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Re: Field Detection of Pu

The absence of beta in the presence if significant alpha would certainly be
an indicator of potential HEU/Pu.  Unfortunately, I wouldn't want to open
the alpha source "dry" enough to make that assessment possible.  A fidler
probe (i.e., thin crystal for seeing low energy photons) with a
multichannel analyzer might be of use with practice.  Might want to borrow
a Fidler probe from someone to see what the "background" spectrum will
allow in the way of MDA's for the non-DU radionuclides.

Craig Reed
Legacy Waste

Bates Estabrooks wrote:

>           RADSAFERs:
>           Maybe some of you all could offer a suggestion.
>           Rocky Flats will, in a few weeks, begin excavating a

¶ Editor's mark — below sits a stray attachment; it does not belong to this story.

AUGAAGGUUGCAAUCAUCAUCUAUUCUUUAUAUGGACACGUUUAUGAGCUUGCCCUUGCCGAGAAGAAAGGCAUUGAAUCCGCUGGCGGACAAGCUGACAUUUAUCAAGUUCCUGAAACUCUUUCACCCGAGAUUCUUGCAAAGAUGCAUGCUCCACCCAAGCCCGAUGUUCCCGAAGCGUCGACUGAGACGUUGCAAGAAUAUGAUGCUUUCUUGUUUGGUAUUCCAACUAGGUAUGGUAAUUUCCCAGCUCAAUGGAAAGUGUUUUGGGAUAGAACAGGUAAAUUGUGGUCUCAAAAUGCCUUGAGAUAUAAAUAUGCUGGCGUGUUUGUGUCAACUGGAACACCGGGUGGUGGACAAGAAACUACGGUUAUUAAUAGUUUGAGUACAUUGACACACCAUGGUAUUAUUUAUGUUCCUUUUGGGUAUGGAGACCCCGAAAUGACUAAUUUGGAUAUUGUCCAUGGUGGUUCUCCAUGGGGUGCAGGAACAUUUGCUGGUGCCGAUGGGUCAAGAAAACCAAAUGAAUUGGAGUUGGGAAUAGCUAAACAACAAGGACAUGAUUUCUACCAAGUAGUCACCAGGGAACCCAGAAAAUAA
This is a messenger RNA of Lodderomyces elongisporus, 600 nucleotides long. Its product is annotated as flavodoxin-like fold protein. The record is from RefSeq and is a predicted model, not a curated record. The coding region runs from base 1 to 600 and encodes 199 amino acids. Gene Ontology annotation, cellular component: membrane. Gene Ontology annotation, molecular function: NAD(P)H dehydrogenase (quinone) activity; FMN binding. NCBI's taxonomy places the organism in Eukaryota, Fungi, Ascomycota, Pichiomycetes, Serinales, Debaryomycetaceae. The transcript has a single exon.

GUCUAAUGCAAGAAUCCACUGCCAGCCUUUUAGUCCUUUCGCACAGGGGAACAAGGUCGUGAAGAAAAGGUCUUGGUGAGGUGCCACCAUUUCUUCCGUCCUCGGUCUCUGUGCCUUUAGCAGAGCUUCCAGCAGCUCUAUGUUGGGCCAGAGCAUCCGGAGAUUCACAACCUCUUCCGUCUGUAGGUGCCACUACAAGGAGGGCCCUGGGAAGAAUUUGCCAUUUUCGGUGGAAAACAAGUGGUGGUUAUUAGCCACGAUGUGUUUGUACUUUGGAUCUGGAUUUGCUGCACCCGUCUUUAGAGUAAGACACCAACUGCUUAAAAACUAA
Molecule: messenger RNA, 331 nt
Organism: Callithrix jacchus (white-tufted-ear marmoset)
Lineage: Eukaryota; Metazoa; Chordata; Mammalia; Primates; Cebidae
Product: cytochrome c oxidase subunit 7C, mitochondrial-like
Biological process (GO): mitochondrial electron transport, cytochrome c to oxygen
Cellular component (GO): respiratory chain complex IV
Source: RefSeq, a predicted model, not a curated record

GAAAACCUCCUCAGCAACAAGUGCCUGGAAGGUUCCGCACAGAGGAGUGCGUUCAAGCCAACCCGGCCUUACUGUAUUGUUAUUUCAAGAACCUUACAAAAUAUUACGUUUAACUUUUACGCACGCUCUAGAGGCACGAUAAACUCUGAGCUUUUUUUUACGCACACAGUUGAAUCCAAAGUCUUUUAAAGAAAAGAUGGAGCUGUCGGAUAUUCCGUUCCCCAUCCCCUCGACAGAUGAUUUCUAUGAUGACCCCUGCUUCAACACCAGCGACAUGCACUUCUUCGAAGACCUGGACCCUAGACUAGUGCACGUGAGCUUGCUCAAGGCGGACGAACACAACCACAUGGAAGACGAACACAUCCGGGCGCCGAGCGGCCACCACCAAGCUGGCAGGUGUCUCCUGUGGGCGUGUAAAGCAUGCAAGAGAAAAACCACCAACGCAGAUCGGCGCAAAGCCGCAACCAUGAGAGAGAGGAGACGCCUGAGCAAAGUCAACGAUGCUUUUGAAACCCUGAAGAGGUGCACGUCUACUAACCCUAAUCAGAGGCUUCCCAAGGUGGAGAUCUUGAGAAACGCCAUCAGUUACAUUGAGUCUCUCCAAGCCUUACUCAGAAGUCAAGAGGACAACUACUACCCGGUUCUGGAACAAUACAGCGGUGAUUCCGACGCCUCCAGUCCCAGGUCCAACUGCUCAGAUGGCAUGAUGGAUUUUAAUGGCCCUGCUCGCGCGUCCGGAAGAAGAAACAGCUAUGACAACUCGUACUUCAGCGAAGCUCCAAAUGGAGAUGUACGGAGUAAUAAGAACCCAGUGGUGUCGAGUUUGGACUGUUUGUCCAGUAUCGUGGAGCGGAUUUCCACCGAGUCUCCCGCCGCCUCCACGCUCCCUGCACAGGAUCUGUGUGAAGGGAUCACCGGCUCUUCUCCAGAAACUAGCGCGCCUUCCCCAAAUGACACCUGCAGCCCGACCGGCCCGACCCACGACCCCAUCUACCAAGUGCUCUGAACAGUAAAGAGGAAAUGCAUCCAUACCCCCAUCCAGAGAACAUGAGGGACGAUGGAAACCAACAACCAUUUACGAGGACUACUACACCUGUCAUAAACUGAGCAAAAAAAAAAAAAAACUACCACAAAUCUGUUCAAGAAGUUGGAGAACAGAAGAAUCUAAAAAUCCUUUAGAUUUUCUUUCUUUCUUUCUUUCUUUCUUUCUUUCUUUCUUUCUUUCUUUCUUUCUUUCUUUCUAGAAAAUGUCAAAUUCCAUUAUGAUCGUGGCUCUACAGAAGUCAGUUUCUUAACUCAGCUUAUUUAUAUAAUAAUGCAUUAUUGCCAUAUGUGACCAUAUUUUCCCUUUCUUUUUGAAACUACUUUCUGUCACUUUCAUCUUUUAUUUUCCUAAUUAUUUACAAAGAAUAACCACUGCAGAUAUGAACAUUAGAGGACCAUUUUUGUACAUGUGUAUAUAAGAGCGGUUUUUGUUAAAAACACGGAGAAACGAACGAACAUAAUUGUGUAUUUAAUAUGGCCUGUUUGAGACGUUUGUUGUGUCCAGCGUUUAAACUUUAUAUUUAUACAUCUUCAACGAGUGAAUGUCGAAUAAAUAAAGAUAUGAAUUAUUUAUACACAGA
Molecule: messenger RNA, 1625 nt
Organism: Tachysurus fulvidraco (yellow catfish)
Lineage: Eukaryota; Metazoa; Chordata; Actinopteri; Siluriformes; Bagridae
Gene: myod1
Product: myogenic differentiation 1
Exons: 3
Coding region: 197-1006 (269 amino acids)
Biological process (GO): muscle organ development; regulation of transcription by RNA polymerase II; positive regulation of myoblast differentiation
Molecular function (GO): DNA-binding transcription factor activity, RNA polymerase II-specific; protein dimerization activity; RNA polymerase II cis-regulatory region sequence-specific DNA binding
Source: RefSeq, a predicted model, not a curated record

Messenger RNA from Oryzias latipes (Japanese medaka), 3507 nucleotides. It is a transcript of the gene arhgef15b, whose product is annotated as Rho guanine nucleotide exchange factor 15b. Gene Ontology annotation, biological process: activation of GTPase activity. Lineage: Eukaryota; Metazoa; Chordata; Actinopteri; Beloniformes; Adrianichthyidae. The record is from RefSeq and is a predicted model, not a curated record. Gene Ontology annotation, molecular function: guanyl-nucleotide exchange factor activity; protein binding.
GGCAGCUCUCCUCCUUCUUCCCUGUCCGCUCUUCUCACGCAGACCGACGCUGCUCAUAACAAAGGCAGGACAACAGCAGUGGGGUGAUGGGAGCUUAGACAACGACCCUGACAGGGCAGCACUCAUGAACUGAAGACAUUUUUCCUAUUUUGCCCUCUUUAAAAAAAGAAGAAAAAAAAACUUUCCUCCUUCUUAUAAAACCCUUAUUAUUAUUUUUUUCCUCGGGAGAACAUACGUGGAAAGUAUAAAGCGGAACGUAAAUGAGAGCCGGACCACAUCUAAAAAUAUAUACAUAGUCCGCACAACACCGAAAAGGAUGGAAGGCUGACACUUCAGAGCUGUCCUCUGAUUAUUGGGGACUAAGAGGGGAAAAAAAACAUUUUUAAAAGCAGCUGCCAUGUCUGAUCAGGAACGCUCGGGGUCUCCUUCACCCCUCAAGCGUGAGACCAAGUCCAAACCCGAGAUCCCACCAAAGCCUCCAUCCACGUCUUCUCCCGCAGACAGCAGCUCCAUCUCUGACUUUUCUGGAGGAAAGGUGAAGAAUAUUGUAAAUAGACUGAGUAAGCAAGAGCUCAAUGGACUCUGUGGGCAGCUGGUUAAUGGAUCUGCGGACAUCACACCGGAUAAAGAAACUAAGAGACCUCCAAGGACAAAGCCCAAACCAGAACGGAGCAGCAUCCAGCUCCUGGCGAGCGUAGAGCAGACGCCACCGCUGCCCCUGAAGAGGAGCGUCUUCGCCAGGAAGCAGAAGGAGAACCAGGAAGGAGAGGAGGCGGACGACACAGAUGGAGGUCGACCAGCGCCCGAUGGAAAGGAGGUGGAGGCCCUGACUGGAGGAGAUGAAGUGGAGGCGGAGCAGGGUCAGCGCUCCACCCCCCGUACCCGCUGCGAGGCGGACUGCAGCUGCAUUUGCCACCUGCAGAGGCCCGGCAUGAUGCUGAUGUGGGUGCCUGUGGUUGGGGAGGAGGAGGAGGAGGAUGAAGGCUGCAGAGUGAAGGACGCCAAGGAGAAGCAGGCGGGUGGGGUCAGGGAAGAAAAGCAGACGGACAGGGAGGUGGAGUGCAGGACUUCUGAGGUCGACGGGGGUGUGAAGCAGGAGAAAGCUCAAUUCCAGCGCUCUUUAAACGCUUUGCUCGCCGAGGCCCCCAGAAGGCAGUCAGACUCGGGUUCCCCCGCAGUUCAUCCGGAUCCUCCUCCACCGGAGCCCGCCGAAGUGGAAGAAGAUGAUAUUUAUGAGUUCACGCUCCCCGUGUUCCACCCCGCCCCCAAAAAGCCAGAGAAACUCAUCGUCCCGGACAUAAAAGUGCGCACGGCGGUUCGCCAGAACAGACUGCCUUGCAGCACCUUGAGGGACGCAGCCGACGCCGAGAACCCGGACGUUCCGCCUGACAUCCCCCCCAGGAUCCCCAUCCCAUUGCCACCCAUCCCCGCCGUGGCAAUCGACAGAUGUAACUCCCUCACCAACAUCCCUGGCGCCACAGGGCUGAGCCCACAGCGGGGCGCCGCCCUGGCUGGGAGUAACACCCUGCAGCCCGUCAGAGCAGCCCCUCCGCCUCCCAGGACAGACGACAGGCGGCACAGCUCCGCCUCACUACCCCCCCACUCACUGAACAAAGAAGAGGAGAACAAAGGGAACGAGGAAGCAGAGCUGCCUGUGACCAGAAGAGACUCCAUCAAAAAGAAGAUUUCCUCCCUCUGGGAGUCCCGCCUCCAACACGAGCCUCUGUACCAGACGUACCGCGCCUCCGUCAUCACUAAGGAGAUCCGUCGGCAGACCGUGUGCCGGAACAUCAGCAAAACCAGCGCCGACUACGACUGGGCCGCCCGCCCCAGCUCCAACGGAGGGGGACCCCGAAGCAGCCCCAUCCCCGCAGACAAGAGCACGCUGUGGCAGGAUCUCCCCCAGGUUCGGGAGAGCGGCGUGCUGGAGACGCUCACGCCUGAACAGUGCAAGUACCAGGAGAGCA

>           1950s-vintage trench in which drums of depleted uranium chips
>           and turnings (mixed with cutting coolants)  were buried.
>           As each intact drum (highly unlikely), or its carcass with
>           contents (very likely), is excavated, we would like to know
>           rather promptly whether we have any "surprises" such as Pu or
>           highly-enriched uranium.  We know that large quantities of DU
>           are buried there, but since the facility also worked with Pu
>           and HEU, there is a small chance of these things being found
>           also.
>           Therefore, can anyone recommend a quick screen using field
>           instruments that we might be able to perform on each backhoe
>           bucket of stuff to indicate whether either of these fissile
>           substances (pu or HEU) are present in significant quantities?
>           We have a fairly broad range of portables including the SAIC
>           AP-2.
>           Thanks for your help.
>           Bates Estabrooks
>           bates.estabrooks@rfets.gov
>           303-966-3769